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Medical tourism in Latvia

By Inese Timuka . 25.09.2009

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A rather different type of tourism is gaining in popularity around the world – medical tourism, in which people combine medical care with a trip abroad. It’s catching on in Latvia too.

Healthcare in Latvia is divided into public and private sectors. Both provide medical procedures that are of excellent quality, not least because most specialists have experience gained from professional exchange programs in other European countries and the USA.
For patients, an increasing number of cheap flights, friendly prices on overnight stays in hotels and other factors make Latvia an inexpensive and attractive alternative destination for medical and dental treatments. But the range of health treatments on offer is a lot wider than that. Currently, the percentage of medical tourists within the total number of visitors to Latvia is not listed separately, but experts say that because of the relatively low cost, an accessible destination and the good quality of medical services, the number of consumers are growing little by little every year.

What’s on offer?

In Riga you can find all kinds of doctors, ranging from pediatricians to neurosurgeons and plastic surgeons, and there are a great number of professional, privately operating medical centers including small private practices and specialized clinics as well as state-owned hospitals – more than 150 medical establishments in total.
One well-established medical center dedicated to the needs of foreigners and diplomats, the Diplomatic Service Medical Center, opened 10 years ago. Among their regular clients are staff from the French and English embassies. All employees speak English and almost all doctors and nurses can communicate also in Russian and in some cases German, Italian and French. Dr Lejniece, the center’s director, emphasizes that they provide internationally accepted medical examinations and a wide range of treatments. "At our centre you will find consultants who are internationally recognized, and even the Latvian President's Chancery, many foreign embassies (eg., American, German, Japanese) and foreigners living in Riga refer to us positively!” says Dr Mâris Andersons, chairmain of the board of the ARS medical society. "ARS has been in the market for 20 years. We can guarantee in most cases that a full check-up, diagnostics and treatment can start on the same day,” Dr Andersons said. “We have patients who come to us from abroad once a year to do magnetic echo or computer tomography.”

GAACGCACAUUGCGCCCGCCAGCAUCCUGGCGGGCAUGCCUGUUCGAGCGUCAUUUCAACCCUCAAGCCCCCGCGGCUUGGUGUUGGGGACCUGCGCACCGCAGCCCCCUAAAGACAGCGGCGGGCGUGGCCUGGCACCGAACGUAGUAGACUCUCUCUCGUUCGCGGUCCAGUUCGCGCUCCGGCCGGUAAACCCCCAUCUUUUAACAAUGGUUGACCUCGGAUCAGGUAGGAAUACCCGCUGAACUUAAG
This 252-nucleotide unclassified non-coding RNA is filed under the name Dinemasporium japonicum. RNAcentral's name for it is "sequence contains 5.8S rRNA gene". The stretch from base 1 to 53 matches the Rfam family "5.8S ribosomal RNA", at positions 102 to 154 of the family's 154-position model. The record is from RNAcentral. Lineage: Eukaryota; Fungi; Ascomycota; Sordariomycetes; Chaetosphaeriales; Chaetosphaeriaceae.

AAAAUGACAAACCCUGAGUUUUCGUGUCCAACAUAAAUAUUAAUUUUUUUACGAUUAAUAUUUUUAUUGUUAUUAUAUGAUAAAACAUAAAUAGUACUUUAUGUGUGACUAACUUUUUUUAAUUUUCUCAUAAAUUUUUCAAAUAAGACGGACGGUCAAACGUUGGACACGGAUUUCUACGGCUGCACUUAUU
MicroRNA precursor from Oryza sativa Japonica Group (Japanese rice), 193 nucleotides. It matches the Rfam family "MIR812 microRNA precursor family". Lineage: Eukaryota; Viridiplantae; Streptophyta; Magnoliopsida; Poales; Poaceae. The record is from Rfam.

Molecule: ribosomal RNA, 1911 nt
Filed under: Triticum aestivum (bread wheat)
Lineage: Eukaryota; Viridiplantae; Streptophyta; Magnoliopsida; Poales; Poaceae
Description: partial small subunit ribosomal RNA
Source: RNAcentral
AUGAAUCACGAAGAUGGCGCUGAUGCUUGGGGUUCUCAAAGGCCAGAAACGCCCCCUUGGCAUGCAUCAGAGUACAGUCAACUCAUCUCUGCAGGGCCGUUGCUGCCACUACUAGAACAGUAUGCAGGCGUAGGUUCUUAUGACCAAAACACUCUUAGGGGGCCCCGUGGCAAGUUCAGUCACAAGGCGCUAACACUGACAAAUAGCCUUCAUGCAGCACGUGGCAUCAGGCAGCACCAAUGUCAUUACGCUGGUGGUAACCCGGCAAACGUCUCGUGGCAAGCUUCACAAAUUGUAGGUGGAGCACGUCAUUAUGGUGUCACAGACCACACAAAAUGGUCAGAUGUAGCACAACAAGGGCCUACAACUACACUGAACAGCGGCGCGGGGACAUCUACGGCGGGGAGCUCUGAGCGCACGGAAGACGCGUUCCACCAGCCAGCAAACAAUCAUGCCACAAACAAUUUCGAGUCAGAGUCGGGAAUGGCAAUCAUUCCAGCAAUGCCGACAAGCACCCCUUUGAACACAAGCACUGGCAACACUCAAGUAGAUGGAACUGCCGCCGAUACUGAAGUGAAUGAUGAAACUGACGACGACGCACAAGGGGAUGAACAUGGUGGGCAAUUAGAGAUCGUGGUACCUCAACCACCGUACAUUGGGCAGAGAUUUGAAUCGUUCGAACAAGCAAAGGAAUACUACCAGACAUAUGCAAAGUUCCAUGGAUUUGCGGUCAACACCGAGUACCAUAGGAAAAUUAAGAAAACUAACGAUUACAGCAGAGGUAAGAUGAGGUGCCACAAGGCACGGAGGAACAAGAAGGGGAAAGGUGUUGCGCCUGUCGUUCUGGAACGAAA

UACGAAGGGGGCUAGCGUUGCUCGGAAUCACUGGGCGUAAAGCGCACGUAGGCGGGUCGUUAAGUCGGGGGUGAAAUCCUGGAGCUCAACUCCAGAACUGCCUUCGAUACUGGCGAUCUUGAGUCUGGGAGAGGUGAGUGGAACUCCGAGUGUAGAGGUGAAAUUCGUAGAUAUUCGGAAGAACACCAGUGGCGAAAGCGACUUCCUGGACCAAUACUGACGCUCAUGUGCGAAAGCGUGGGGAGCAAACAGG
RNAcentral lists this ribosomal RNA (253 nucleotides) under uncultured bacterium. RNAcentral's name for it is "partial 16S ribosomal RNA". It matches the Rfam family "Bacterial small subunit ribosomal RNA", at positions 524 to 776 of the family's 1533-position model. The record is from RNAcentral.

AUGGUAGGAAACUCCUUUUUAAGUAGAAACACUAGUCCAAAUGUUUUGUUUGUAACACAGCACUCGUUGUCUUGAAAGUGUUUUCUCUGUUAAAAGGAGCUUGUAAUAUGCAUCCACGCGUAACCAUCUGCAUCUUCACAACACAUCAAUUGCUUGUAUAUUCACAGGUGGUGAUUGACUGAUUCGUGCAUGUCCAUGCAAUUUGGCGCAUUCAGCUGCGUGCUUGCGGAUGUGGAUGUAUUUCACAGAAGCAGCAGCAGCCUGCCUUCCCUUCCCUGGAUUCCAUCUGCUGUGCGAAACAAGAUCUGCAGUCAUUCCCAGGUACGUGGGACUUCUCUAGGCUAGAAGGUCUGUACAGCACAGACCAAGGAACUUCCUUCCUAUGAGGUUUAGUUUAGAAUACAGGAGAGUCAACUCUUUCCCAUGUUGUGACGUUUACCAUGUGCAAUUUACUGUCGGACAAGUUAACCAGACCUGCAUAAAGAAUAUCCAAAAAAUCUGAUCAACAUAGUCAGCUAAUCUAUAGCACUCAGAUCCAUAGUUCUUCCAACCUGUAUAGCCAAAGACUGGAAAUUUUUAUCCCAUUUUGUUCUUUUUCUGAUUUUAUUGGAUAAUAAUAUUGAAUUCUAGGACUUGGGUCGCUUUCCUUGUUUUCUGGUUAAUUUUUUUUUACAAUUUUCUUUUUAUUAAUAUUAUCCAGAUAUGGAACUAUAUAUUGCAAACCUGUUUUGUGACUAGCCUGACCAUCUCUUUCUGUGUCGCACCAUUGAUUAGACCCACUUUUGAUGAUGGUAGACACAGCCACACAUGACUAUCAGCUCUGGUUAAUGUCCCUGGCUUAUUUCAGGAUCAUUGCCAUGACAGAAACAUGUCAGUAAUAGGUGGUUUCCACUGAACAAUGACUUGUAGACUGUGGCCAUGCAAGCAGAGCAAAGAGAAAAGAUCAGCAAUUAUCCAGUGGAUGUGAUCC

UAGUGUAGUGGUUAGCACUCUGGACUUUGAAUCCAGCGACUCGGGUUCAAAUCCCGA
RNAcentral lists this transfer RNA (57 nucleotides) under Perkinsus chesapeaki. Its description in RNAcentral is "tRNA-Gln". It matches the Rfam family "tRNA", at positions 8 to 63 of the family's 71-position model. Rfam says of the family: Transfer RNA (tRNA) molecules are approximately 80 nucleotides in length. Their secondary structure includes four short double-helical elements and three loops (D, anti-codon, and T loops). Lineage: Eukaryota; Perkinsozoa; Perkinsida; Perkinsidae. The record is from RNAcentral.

“Highly skilled specialists together with the very latest equipment make a unique combination in the Baltic region.”

The recession has already made several changes in the medical professional, in a positive sense. Most experts confirm that specialists have become more available for their patients and their schedules are not as tight as they were only a year-and-a-half ago. The ARS itself offers potential patients to fill out the inquiry form online, so that they can make a package of treatments before arrival to save time.
Mâris Revalds, chairman of the board of the country’s biggest private medical center, Veselibas centrs 4 (Health Center 4), points out that in Latvia you can find a unique price-quality ratio. “We can provide treatments of western European quality at eastern European prices!” he says.